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07.02.2020, Fri

The garden designers have been announced by the International Garden Festival for its 21st edition.

The International Garden Festival is the most important contemporary garden festival in North America. The Festival held its 20th anniversary edition in 2019. Since it began in 2000 to celebrate the new millennium, more than 1 million visitors have explored the Festival gardens and been inspired by the more than 200 projects that have been exhibited. 

Presented at Les Jardins de Métis / Reford Gardens at the gateway to the Gaspésie region, the Festival is a laboratory for innovation and a giant outdoor playground for creators. The Festival provides a unique dialogue between the past and the present and an ongoing conservation of innovation, tradition and conservation. Architects, landscape architects, visual artists and designers contribute to expanding the horizons of the garden and to the ongoing reinvention of this unique shoreline environment along the St. Lawrence River. 

Five new projects have been selected from different parts of the world for the 21st edition of the International Garden Festival 2020. The designers of these projects are from South Korea, France, Montreal and Toronto.

The new gardens will be on exhibit from Saturday, June 20th to October 4th 2020 at Le Jardins de Métis / Reford Gardens . The 21st edition of International Garden Festival has more than 25 gardens for the visitors. This new garden design are unique and each one pushing the frontiers of contemporary design and presenting an unprecedented blend of curated environments, natural experiences, horticultural staging and human creativity.

The theme for the 21st edition is Métissages. The environment and culture from around the world  with hybrids of colours and textures from marine life are offered by the new installations. Continuing the exploration of new ideas and emerging practices, the Festival connects designers from various fields to favour the crossbreeding of disciplines to offer visitors explorations of new territories.

Cross-breeding in the context of contemporary gardens can be of practices (landscape architecture, garden design, architecture, visual arts, industrial design, cuisine and other fields of creative expression), plants (native or exotic) and materials (natural and manufactured). This mixity of approaches enriches and energizes, generating fresh opportunities for exploration.

FIVE NEW GARDENS                
Following an international call for proposals, 200 projects were submitted by designers from 38 countries. The Five projects chosen by the jury for the new gardens are as follows:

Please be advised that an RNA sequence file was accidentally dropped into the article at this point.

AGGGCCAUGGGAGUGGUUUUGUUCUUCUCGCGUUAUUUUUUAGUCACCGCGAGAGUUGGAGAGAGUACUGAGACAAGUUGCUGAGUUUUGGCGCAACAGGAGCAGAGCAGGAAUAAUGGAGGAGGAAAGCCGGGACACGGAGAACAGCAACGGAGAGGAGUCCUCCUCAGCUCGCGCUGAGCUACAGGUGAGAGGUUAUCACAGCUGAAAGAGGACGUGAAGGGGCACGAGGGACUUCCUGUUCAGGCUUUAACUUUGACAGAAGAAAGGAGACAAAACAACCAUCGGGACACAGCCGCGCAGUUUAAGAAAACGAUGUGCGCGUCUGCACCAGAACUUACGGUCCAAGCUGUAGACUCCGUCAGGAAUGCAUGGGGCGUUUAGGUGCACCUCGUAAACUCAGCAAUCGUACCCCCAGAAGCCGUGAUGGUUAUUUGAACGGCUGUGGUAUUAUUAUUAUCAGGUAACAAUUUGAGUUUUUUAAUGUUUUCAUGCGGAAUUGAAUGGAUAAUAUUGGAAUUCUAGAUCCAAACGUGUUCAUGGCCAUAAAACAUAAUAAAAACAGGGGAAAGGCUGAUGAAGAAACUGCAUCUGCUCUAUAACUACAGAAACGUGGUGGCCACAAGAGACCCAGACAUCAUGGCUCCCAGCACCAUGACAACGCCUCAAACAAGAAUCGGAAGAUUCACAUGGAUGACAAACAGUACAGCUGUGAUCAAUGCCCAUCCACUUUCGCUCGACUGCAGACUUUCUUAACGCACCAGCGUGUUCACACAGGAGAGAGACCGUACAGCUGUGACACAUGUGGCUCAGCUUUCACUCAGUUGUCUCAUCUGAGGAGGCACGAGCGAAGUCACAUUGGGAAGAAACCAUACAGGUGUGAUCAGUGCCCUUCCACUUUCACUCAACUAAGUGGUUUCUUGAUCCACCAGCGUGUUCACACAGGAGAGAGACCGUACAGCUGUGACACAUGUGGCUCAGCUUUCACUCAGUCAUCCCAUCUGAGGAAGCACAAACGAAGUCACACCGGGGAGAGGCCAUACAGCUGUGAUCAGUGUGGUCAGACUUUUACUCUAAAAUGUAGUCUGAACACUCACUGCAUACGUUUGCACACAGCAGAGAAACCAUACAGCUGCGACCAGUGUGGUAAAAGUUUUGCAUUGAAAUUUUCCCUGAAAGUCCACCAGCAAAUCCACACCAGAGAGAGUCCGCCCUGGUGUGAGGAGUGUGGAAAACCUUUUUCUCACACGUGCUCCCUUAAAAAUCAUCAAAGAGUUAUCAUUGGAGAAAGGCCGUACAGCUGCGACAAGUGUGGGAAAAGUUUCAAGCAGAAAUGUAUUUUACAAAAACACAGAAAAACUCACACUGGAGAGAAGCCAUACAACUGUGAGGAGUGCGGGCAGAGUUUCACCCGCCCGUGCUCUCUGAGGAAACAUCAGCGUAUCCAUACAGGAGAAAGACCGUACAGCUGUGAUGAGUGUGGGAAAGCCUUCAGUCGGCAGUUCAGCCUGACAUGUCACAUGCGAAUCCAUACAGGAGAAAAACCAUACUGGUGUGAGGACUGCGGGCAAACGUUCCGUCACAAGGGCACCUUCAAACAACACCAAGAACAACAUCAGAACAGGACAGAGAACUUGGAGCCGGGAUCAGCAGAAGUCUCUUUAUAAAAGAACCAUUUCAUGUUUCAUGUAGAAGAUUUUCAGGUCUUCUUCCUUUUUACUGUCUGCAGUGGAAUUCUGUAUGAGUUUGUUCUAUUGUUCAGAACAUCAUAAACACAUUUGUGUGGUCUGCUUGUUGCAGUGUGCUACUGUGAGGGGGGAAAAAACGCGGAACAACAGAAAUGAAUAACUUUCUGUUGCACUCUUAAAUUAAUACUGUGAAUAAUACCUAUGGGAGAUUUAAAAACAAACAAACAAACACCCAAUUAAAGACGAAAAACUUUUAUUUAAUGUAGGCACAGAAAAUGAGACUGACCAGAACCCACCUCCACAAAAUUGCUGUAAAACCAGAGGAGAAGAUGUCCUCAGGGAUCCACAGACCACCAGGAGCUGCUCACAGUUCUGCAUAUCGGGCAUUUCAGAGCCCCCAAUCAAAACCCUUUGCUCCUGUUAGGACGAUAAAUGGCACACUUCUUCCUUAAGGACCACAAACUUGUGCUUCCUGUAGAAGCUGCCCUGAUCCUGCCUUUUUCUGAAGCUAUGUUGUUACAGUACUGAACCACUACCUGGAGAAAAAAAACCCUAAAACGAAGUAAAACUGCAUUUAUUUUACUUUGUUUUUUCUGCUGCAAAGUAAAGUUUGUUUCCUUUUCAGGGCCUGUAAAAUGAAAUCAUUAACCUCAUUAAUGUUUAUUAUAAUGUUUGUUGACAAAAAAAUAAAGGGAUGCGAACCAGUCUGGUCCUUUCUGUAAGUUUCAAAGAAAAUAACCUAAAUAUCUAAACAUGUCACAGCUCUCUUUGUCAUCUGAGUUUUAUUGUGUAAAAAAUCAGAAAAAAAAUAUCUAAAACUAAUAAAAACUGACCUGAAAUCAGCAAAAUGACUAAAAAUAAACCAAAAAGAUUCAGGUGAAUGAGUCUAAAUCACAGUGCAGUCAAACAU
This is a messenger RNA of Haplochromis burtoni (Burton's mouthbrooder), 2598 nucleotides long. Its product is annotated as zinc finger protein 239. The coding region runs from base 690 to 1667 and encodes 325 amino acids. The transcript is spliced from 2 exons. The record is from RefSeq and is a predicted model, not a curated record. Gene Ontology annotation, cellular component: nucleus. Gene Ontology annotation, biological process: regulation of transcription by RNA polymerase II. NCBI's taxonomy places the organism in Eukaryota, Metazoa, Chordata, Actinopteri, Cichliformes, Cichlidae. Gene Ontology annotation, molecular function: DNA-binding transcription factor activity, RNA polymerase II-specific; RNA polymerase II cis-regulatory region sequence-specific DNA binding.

Augmented Grounds
Corps de resonance
Forêt corallienne
Augmented grounds are designed by Architect Soomeen Hahm, Architect Jaeheon Jung, and Landscape Architect Yumi Lee, from Seoul (South Korea). Augmented Grounds is inspired by the traditional sash of the Métis nation of the Western Plains. The Métis sash is made with the art of finger weaving. Representing harmony through colorful ropes that are laid tightly on top of the sculpted terrain, contours created with bubble like geometry which represents the depth of Métis culture. The garden is made possible by using smart construction technology that uses augmented reality for its layout and installation.
Corps de resonance is designed by Designer Charlotte Barbeau, Designer Leila Desrosiers,  Environmental Designer  Félix Roy, and Architect  Jean-Benoit Trudelle, from Montreal (Quebec) Canada. Corps de résonance is a musical folly that takes form in a forest glade. Curiously harmonizing with the surrounding landscape, the reflections and the color of the pavilion soften the contrast between the natural context and its artificial materiality. The sequence of extrusions reveal trees and vegetation in vertical bands. This mysterious curved shape calls the most curious to enter and discover its second nature. Mallets are available to hit against the metal bodies to make them vibrate. Visitors move in and around this giant instrument that comes to life in the playing, vibrating along with the sounds of the forest.
Entwine is designed by Landscape Architects Waiyee Chou, and Carlos Portillo, from Toronto (Ontario) and Montreal (Quebec) Canada. ENTWINE incorporates the ancient knot-tying technique of Macramé to highlight the varieties of plants hybridized for horticulture. Inside a spiral, visitors are free to wander between suspended vessels and become entwined with the structure’s cords.
Forêt corallienne is designed by Architect Lucie Bulot and Architect Dylan Collins from Montreal (Quebec) Canada. Forêt corallienne is a coral forest of a different kind. A community of limestone creatures takes root in the forest, a métissage of colour and form that creates an unusual landscape and a new hybrid world. Visitors will experience the the strangeness  of this chimerical landscape, the unprecedented compatibility of its forms organic and the contrast of its colors and textures.
(Mé)Tissages is designed by Architect Duke Truong  from Strasbourg (France). (Mé)Tissages is a woven landscape that invites visitors to enter through layers of elastic elements into a space created by the weaving of various elements. This experimental garden unites visitors through a shared experience of an installation that combines architecture and nature. (Mé)Tissages is also an invitation to question the links between communities. Visitors discover a multiplicity of landscapes that resonate as visitors explore and read between the lines.
Two projects received special mention:
Entre vents et marées
by Emmanuelle Loslier, Landscape Architect and Camille Zaroubi, Landscape Architect
Montreal (Quebec) Canada.
Zoétrope métis
by Sami Tannoury, Architect
Montreal (Quebec) Canada


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